In the early 1800s, the government allowed several residents of Hagåtña to clear land for cattle grazing in the northern plateau. However, the land remained mostly unoccupied except for a few houses, and the traditional road that ran near the rugged coastline. In 1833, Captain Francisco de Villalobos traveled to the Haputo area while conducting a survey of the island to determine its military readiness. With the assistance of a guide, he presumably made his way using the traditional trail that was thickly overgrown, located along the coastal terrace from Pugua Point (just north of Haputo). According to archeologists who studied the area in 2000, the trail likely ascended upward from Ague Point up into the Finegayan plateau, then back down to Hilaʼan (which is south of Haputo). The need for a guide and the state of the overgrown trails indicated that the Finegayan area and the coast were likely not inhabited or being utilized.

The early 1900s also saw little use of the northern part of Guam near Finagayan, except for the growing of coconut trees for the copra trade. Even the Japanese forces during the World War II occupation of Guam seemed to have little use for the area, focusing their activities in their headquarters in Yigo to the east. However, the Pugua site has a cave that was used by US Navy radioman George Tweed as one of several hideouts to evade capture by the Japanese during the war.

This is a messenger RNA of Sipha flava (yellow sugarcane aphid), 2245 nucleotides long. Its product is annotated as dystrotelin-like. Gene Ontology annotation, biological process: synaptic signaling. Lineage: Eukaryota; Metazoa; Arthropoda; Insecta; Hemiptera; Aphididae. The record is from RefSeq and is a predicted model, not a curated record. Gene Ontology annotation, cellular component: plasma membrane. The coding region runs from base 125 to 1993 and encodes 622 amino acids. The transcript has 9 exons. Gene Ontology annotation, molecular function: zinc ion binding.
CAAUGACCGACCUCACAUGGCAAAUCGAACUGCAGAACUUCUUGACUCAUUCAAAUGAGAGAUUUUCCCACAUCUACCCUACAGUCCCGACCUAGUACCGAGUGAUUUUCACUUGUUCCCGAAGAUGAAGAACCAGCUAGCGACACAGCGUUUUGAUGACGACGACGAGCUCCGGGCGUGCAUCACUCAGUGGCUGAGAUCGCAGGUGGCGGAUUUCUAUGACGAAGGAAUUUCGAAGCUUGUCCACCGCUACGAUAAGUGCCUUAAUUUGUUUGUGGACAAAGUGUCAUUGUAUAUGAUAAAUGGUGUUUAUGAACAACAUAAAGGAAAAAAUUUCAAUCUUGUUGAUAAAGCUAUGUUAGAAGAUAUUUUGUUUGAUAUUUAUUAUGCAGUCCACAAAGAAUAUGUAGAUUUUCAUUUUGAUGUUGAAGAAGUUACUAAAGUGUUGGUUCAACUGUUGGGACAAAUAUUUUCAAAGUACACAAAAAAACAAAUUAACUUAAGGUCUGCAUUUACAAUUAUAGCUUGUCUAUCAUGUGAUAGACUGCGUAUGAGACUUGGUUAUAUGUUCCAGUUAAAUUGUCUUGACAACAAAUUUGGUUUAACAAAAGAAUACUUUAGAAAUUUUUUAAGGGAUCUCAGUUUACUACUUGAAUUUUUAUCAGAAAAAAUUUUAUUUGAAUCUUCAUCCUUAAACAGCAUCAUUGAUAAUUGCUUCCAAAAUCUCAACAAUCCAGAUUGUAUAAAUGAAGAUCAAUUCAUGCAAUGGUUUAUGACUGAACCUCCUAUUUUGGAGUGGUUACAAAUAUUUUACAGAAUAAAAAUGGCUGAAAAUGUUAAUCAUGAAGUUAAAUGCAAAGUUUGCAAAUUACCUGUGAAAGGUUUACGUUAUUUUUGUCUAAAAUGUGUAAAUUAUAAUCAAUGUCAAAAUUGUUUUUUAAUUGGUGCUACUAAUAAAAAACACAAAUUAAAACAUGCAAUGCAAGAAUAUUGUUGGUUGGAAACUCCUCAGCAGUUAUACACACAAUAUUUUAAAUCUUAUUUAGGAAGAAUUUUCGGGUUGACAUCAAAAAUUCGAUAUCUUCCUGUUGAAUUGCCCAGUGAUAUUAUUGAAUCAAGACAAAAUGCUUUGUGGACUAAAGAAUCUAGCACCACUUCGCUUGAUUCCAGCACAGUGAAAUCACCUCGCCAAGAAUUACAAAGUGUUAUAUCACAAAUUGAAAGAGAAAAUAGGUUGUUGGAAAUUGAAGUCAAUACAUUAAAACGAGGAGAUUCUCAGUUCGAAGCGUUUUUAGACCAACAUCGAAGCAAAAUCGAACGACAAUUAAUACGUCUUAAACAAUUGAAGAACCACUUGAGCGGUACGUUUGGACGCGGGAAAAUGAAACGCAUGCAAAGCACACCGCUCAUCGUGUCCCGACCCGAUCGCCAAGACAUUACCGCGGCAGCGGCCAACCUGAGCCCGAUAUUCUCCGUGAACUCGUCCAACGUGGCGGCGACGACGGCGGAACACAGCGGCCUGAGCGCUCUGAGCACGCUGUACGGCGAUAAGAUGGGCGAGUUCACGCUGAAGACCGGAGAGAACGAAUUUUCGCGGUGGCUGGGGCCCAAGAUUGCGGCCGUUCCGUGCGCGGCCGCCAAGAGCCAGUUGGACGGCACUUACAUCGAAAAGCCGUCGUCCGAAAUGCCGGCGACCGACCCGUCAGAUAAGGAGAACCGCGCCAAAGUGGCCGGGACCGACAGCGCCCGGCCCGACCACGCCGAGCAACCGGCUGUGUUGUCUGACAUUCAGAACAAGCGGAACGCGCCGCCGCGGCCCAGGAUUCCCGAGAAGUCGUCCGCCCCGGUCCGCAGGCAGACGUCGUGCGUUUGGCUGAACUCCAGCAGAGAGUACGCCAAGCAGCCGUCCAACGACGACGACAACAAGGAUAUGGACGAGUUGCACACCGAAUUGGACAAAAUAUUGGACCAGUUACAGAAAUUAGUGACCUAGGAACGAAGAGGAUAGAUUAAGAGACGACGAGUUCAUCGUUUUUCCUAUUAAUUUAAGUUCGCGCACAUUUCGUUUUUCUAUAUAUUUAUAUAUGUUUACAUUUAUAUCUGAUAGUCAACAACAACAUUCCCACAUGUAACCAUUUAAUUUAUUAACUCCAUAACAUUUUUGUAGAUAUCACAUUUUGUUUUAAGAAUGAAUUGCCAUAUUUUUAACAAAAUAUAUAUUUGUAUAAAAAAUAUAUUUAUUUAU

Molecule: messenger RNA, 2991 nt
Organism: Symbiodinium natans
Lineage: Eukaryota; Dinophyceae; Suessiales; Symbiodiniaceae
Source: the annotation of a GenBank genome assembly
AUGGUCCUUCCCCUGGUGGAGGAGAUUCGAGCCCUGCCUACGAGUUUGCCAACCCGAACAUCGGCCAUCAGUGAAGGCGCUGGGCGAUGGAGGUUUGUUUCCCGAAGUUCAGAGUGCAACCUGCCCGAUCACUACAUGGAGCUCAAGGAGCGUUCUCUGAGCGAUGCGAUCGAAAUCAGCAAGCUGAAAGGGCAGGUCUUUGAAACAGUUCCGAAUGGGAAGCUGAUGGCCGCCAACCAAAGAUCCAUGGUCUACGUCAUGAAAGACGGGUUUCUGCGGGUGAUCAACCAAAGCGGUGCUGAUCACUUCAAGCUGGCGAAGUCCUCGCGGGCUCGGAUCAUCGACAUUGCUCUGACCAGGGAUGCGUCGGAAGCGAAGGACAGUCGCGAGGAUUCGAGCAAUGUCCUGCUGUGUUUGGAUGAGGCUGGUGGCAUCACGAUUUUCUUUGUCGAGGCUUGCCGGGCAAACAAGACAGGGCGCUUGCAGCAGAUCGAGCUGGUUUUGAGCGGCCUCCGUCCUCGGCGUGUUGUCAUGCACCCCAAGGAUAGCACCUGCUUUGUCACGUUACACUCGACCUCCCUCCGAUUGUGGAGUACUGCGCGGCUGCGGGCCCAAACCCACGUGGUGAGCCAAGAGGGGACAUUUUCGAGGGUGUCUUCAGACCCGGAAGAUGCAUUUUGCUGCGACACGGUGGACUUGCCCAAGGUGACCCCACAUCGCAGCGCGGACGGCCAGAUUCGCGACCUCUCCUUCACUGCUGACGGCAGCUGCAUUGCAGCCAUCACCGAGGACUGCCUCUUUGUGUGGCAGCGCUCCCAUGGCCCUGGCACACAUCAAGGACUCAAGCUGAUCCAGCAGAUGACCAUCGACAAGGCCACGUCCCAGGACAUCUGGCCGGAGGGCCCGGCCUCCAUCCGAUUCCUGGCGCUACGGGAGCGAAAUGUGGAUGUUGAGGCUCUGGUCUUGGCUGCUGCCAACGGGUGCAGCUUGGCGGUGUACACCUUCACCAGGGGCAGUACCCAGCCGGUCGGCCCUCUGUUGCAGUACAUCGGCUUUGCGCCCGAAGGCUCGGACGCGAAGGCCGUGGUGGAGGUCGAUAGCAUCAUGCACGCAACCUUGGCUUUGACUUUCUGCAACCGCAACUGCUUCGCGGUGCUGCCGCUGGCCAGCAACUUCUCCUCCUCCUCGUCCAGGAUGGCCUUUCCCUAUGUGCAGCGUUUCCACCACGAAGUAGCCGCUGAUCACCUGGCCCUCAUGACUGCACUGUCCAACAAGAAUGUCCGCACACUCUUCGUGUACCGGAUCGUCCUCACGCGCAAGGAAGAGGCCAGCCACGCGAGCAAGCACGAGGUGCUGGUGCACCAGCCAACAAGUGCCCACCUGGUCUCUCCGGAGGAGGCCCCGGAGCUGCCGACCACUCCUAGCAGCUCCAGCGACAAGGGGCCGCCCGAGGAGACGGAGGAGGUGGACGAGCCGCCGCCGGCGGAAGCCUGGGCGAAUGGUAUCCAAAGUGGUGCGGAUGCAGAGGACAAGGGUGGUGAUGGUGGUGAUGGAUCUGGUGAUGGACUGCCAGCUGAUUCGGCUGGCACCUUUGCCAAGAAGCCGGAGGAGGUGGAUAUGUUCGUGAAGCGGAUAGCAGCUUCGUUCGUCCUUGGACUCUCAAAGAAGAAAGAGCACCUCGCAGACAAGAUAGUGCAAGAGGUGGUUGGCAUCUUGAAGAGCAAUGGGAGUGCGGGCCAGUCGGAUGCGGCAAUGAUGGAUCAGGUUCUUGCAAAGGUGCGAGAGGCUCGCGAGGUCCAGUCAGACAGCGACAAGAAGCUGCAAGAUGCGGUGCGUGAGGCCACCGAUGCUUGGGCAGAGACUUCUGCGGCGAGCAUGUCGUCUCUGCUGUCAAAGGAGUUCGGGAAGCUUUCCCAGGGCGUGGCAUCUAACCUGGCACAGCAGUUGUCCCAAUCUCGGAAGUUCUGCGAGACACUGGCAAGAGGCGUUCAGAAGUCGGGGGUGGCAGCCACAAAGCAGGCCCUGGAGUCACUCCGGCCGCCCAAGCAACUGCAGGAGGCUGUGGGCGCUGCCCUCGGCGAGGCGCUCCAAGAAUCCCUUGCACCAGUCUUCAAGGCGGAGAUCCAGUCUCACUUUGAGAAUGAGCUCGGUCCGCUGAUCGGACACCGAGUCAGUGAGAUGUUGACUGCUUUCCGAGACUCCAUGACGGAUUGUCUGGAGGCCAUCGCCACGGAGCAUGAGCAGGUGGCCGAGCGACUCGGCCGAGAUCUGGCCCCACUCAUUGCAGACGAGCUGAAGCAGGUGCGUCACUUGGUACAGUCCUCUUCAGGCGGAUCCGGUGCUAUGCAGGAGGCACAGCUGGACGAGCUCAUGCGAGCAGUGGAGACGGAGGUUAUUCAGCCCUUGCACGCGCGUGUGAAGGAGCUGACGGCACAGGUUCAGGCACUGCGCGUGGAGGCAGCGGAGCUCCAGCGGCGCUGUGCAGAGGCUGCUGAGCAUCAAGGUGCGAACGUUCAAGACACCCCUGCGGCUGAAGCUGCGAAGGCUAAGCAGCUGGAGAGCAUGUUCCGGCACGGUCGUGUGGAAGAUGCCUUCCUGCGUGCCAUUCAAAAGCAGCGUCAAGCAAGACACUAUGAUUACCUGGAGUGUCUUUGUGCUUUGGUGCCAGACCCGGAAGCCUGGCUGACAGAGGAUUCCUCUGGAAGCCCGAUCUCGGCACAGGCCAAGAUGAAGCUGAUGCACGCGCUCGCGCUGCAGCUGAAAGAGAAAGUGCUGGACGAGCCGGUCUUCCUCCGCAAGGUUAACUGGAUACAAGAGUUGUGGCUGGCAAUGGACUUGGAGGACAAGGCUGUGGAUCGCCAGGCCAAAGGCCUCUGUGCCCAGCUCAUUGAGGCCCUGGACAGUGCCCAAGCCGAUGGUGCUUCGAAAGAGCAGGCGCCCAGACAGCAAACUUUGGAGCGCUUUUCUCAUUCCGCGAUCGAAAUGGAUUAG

By 1951, the Navy Communications Station was established in the Finegayan area and development of the facility included the building of three large complexes of directional antennae. A housing complex was constructed in the 1950s or early 1960s, but was eventually dismantled after the extensive damage from Typhoon Paka in 1997. The Haputo area has remained undeveloped except as a recreational and fishing site. The area was eventually restricted to military personnel and visitors with special authorization.

Early archeological research

Archeologically, Haputo resembles other coastal settlements found in the largely limestone landscape of the northern part of Guam. The village site was visited in 1947 by Navy archeologist Douglas Osborne, who had also conducted archeological surveys throughout the island, including Fena and Pulantat in south-central Guam, and in different sites along Tumon Bay. According to Osborne, the remains at Haputo resembled Gongna, the area next to the current location of the Nikko Hotel on the north end of Tumon Bay. Gongna was a heavily used ancient site but was greatly disturbed by military construction in the area to create a recreational space for military personnel. Unlike Gogna, though, Haputo was undisturbed and less extensive. The beach and cove of Haputo were far more difficult to access, but even Osborne was taken by the natural beauty of the place. The surrounding jungle vegetation was thick, with an abundance of pupulu diablo (Piper guahamenes), an indigenous shrub used by local healers to make herbal remedies.